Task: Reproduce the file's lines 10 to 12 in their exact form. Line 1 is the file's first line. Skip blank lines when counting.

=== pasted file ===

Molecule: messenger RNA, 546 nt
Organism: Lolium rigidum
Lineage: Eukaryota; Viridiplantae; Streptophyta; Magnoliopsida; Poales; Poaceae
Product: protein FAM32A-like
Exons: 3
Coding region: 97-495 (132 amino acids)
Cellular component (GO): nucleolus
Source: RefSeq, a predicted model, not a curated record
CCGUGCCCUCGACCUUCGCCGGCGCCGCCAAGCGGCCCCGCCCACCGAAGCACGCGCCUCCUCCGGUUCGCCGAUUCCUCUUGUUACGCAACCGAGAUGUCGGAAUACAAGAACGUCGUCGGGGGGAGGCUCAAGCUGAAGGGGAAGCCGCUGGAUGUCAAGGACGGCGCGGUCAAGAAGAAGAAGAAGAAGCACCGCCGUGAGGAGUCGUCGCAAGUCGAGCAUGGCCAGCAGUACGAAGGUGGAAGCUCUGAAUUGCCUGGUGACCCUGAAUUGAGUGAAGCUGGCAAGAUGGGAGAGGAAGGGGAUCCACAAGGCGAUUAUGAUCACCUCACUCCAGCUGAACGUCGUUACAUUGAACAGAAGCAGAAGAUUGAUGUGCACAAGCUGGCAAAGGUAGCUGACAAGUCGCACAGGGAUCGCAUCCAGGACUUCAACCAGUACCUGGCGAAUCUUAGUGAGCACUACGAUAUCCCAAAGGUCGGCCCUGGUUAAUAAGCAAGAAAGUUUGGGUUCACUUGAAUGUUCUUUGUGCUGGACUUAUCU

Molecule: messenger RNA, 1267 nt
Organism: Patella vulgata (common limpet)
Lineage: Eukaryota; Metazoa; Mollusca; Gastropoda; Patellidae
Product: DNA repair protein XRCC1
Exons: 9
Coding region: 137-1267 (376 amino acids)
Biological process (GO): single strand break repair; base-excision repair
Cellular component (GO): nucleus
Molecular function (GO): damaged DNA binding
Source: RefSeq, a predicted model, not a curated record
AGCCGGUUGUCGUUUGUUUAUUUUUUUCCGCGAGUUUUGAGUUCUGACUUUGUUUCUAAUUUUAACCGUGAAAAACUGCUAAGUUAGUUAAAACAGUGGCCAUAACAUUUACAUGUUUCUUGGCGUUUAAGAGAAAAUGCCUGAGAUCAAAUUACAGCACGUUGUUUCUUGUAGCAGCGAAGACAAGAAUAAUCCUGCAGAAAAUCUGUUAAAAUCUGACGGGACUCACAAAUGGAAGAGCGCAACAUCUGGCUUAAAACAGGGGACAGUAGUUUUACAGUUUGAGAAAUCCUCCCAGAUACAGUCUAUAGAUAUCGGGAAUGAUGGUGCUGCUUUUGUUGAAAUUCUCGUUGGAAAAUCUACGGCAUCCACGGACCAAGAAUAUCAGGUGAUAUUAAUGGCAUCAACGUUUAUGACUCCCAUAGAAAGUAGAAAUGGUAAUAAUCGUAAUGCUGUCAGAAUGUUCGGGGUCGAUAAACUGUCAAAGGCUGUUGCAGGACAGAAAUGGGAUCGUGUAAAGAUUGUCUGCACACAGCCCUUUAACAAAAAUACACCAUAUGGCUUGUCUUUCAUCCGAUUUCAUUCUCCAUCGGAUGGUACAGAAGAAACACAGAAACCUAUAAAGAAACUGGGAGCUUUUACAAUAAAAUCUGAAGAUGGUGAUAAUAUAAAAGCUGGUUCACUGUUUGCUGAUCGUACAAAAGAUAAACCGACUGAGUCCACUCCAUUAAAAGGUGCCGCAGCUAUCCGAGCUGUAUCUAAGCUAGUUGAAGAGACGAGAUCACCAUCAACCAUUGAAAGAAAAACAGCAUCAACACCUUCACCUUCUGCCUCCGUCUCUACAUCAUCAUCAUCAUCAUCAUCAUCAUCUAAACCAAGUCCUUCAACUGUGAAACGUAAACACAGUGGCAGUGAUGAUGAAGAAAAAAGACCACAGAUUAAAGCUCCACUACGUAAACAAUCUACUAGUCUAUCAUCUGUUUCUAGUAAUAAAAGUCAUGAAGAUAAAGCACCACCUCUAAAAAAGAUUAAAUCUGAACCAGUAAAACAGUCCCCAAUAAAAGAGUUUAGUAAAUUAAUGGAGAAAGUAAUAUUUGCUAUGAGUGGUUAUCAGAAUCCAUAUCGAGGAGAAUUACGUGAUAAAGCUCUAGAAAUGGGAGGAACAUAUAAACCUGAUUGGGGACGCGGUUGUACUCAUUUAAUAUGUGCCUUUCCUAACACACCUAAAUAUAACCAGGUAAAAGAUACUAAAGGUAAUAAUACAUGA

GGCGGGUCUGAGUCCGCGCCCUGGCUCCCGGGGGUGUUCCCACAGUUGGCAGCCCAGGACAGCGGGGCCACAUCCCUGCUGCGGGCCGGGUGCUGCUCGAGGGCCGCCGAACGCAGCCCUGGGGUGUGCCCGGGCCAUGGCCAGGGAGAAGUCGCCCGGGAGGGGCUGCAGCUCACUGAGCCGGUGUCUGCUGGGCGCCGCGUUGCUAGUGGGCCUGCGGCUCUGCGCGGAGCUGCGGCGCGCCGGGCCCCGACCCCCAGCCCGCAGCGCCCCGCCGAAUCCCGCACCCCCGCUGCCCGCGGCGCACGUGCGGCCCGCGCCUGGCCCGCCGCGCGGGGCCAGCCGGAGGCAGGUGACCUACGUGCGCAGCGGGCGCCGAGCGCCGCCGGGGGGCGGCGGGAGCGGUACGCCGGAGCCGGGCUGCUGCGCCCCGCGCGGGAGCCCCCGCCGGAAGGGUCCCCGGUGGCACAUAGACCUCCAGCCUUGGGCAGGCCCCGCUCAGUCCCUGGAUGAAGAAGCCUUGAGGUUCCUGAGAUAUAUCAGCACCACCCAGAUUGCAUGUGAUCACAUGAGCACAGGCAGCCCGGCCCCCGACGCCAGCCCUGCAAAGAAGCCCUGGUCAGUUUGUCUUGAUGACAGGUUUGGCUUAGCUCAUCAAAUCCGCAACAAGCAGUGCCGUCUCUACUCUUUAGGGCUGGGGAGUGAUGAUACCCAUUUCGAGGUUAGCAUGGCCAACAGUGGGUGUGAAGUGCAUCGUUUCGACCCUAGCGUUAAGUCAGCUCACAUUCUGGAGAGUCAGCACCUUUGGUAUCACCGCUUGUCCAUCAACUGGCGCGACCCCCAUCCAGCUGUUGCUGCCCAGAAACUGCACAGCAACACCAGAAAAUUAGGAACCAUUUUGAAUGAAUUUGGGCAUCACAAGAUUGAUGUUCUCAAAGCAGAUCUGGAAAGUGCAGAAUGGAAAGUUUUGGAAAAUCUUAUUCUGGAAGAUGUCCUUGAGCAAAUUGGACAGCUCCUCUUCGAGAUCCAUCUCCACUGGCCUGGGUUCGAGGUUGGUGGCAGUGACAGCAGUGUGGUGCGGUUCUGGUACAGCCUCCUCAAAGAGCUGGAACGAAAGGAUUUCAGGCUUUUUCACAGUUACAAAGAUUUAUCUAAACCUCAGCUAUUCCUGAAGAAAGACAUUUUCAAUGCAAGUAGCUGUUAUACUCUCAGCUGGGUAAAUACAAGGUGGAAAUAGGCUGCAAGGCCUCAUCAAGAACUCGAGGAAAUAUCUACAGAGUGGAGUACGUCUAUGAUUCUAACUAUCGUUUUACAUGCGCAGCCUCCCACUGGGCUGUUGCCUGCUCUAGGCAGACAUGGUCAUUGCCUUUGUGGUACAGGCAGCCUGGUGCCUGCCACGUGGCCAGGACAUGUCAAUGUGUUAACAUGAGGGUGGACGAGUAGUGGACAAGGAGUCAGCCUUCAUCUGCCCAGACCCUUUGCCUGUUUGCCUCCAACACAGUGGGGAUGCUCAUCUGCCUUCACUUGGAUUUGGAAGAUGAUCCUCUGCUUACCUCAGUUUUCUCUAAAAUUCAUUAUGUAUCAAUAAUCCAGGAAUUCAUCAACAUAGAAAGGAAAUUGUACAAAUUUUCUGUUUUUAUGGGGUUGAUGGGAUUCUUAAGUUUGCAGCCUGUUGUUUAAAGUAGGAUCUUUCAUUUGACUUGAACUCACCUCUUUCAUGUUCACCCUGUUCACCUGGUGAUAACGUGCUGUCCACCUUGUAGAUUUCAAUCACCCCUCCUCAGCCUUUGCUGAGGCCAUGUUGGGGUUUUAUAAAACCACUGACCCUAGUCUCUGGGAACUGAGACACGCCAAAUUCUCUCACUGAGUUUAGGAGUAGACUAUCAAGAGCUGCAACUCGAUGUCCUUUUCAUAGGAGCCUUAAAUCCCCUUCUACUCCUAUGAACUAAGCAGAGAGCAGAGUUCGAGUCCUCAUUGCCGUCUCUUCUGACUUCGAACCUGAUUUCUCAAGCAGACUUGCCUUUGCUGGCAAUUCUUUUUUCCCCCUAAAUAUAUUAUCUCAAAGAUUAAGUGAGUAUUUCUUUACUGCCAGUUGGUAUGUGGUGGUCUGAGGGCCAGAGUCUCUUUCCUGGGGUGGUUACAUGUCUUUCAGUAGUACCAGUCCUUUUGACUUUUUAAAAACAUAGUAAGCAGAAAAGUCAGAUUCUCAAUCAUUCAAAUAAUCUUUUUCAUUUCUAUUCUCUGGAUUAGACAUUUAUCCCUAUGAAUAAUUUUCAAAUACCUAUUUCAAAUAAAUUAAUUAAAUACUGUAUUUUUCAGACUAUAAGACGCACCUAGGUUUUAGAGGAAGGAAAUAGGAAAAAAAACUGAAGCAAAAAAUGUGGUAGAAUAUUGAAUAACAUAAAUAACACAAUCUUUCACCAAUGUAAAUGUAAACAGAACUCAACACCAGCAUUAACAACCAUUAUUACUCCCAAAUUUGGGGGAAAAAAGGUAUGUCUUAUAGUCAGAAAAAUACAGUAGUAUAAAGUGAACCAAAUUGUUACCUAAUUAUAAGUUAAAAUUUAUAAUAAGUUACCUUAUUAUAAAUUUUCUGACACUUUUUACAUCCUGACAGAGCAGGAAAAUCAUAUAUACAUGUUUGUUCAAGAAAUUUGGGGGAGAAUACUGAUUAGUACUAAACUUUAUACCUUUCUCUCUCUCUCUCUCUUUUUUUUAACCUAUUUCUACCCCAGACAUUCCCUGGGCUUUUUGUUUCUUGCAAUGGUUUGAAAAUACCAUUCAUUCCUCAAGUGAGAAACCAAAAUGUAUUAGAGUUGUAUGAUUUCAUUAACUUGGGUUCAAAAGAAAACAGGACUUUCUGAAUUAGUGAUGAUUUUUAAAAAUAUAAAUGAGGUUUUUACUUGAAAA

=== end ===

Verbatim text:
Molecule: messenger RNA, 1267 nt
Organism: Patella vulgata (common limpet)
Lineage: Eukaryota; Metazoa; Mollusca; Gastropoda; Patellidae